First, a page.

Fidelity: China recovery back on track
The fund house says yesterday’s unexpected interest rate cut is a sign that the country's government is on top of its economic problems.
By Mark Smith, Senior Reporter, FE Trustnet
Friday July 06, 2012
Falling inflation and the authorities’ willingness to boost growth bode well for China's economy, according to Fidelity’s Raymond Ma
Aside from the problems in the eurozone, a slowdown in China is seen by many as the single biggest risk to investors’ portfolios.
Recent data from the world’s second-largest economy indicates it is slowing at a faster pace than previously thought, but while Ma says the trend is discouraging, he believes swift policy action has shown that the authorities are on top of the situation.
"The second rate cut by the People’s Bank of China signals that economic figures that are due to be released next week may be worse than expected and the central government is stepping up easing to hold up growth," he commented.
Lending rates are set to be cut from 6.31 per cent to 6 per cent, while deposit rates will fall from 3.25 per cent to 3 per cent.
"This move is in tandem with my prediction at the beginning of this year: that the Year of the Dragon would be a year of liquidity and I expect more easing measures in the pipeline to boost growth."
The Chinese economy grew at an annual rate of 8.1 per cent in the first quarter, its slowest pace in almost three years.
Ma added: "One good thing is that China’s inflation is falling rapidly. CPI fell to 3 per cent in May and may continue to drop in June. This downward trend gives the central government sufficient room to take further steps to stimulate growth and investment if necessary."
"I remain confident that all these easing measures should filter through to generate an economic recovery in the coming quarters."
Ma claims that the policy action should ease the pressure in one of the most worrying areas of the Chinese economy.
"Sector-wise, lower lending rates and higher lending-rate discounts should no doubt help encourage more potential homebuyers to enter the property market," he explained.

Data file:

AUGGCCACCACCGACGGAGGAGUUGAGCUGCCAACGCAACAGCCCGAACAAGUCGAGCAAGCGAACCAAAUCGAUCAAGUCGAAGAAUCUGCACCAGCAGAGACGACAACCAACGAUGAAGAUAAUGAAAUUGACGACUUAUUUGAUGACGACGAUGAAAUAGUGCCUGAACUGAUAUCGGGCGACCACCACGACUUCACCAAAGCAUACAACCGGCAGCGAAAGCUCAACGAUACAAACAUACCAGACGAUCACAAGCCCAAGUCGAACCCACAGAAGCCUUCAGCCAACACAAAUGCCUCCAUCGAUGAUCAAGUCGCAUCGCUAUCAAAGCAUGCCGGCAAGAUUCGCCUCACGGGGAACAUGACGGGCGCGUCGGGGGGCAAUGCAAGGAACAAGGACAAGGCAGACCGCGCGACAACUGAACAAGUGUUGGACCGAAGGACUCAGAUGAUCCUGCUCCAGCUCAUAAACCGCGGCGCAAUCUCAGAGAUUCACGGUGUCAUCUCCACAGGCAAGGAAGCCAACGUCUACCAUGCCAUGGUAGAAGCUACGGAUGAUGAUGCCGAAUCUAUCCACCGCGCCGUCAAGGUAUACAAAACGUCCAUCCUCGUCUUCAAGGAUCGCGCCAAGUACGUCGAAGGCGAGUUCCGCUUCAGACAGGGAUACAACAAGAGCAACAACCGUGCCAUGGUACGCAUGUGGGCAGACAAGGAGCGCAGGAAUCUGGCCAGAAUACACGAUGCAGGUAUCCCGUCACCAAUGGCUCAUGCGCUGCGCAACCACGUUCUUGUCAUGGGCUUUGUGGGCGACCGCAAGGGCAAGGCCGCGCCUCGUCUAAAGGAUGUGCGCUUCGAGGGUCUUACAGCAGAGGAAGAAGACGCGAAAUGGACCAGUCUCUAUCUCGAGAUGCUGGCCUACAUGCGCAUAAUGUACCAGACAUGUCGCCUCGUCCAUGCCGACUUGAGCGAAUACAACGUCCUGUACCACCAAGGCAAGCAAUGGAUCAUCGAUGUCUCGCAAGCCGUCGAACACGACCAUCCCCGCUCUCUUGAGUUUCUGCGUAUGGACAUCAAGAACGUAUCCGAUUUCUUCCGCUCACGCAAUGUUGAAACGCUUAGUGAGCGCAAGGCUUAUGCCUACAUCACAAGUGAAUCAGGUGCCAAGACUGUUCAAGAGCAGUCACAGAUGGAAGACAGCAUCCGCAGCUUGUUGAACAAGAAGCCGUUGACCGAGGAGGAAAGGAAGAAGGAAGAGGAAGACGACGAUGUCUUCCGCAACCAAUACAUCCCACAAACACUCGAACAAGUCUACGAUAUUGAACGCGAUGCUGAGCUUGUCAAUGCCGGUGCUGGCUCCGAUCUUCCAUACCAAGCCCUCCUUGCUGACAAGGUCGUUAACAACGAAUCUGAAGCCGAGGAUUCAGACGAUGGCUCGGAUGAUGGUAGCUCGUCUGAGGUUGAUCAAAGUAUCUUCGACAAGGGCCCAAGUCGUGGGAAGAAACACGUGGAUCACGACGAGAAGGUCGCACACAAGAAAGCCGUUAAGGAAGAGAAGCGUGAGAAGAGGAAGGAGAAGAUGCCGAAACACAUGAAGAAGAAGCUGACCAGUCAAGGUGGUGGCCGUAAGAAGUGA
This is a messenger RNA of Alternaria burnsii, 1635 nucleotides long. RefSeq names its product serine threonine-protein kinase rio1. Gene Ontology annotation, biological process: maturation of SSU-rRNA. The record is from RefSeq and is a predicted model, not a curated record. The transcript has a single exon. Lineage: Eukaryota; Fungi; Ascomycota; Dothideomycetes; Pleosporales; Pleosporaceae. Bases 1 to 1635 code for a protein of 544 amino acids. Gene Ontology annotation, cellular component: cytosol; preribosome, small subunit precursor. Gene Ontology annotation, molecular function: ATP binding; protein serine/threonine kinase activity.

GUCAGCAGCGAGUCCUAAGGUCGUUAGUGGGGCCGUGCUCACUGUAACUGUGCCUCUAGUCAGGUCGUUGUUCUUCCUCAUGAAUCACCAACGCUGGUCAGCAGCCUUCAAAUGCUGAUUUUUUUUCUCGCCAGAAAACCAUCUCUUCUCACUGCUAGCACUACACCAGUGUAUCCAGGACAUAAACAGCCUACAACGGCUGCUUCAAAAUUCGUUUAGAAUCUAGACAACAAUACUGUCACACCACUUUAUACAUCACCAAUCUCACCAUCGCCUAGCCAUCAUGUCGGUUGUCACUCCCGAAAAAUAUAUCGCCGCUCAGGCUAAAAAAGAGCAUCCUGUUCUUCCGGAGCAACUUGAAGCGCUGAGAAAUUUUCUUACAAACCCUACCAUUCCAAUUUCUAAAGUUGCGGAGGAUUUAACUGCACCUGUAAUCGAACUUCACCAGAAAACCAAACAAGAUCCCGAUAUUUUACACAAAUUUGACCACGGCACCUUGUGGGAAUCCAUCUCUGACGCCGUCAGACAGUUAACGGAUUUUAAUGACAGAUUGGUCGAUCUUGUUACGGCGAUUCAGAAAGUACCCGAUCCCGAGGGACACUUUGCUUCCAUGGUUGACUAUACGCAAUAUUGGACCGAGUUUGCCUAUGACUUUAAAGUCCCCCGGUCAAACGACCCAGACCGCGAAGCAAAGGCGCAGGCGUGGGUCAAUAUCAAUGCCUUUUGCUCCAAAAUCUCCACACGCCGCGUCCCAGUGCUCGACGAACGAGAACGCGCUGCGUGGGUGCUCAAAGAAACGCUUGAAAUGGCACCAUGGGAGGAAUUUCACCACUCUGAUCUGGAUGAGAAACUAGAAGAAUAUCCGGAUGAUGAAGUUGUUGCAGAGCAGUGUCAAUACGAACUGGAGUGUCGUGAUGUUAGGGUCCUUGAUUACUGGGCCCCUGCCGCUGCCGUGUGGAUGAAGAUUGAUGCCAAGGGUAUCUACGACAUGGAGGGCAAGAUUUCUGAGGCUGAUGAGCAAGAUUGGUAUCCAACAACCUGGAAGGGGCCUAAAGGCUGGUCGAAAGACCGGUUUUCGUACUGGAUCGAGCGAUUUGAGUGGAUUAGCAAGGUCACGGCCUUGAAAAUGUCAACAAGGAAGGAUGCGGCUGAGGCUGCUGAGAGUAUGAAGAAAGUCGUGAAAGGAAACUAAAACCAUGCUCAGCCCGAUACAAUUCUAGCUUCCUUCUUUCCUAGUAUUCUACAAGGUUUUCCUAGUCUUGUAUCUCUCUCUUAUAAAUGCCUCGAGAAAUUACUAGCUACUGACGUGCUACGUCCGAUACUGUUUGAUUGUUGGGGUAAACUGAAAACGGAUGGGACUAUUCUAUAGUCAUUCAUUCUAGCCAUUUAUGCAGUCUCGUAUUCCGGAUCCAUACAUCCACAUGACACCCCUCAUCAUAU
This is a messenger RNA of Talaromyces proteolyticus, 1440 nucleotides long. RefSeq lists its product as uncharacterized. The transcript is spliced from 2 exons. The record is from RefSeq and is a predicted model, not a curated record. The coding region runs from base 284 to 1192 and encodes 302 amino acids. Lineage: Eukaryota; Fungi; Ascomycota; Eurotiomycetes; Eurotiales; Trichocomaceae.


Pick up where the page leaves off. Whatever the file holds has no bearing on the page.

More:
"Historically, China’s property sector has a strong correlation with the required reserve ratio and interest rate movements and I believe this time it won't be any different."
"China’s property sector should react positively to further monetary easing this year."
Having only launched in September 2011, Ma's Fidelity China Consumer
fund is too young to pass judgment on but data from FE Analytics
suggests it is off to a good start.
Returns of 6.26 per cent over the last six months place it in the top quartile of IMA China/Greater China. By comparison, the average fund in the sector has gained 2.82 per cent over the period.
Performance of fund vs sector over 6 months
Source: FE Analytics
Ma’s fund is focused on the huge growth story in domestic consumption and he believes that as well as making it easier for Chinese people to buy their own homes, the latest policy action should also be positive for some financial sectors.
"Chinese insurance companies will benefit as well, as more people will buy insurance products given the lower deposit rates and relatively better investment returns."
"As such, I will continue to add quality property developers and insurance companies into my portfolio to leverage on the ongoing monetary easing," he said.
"On the contrary, I remain negative on banks as higher lending rate discounts represent the first step in interest rate deregulation which may result in tighter net interest margins and lower profitability."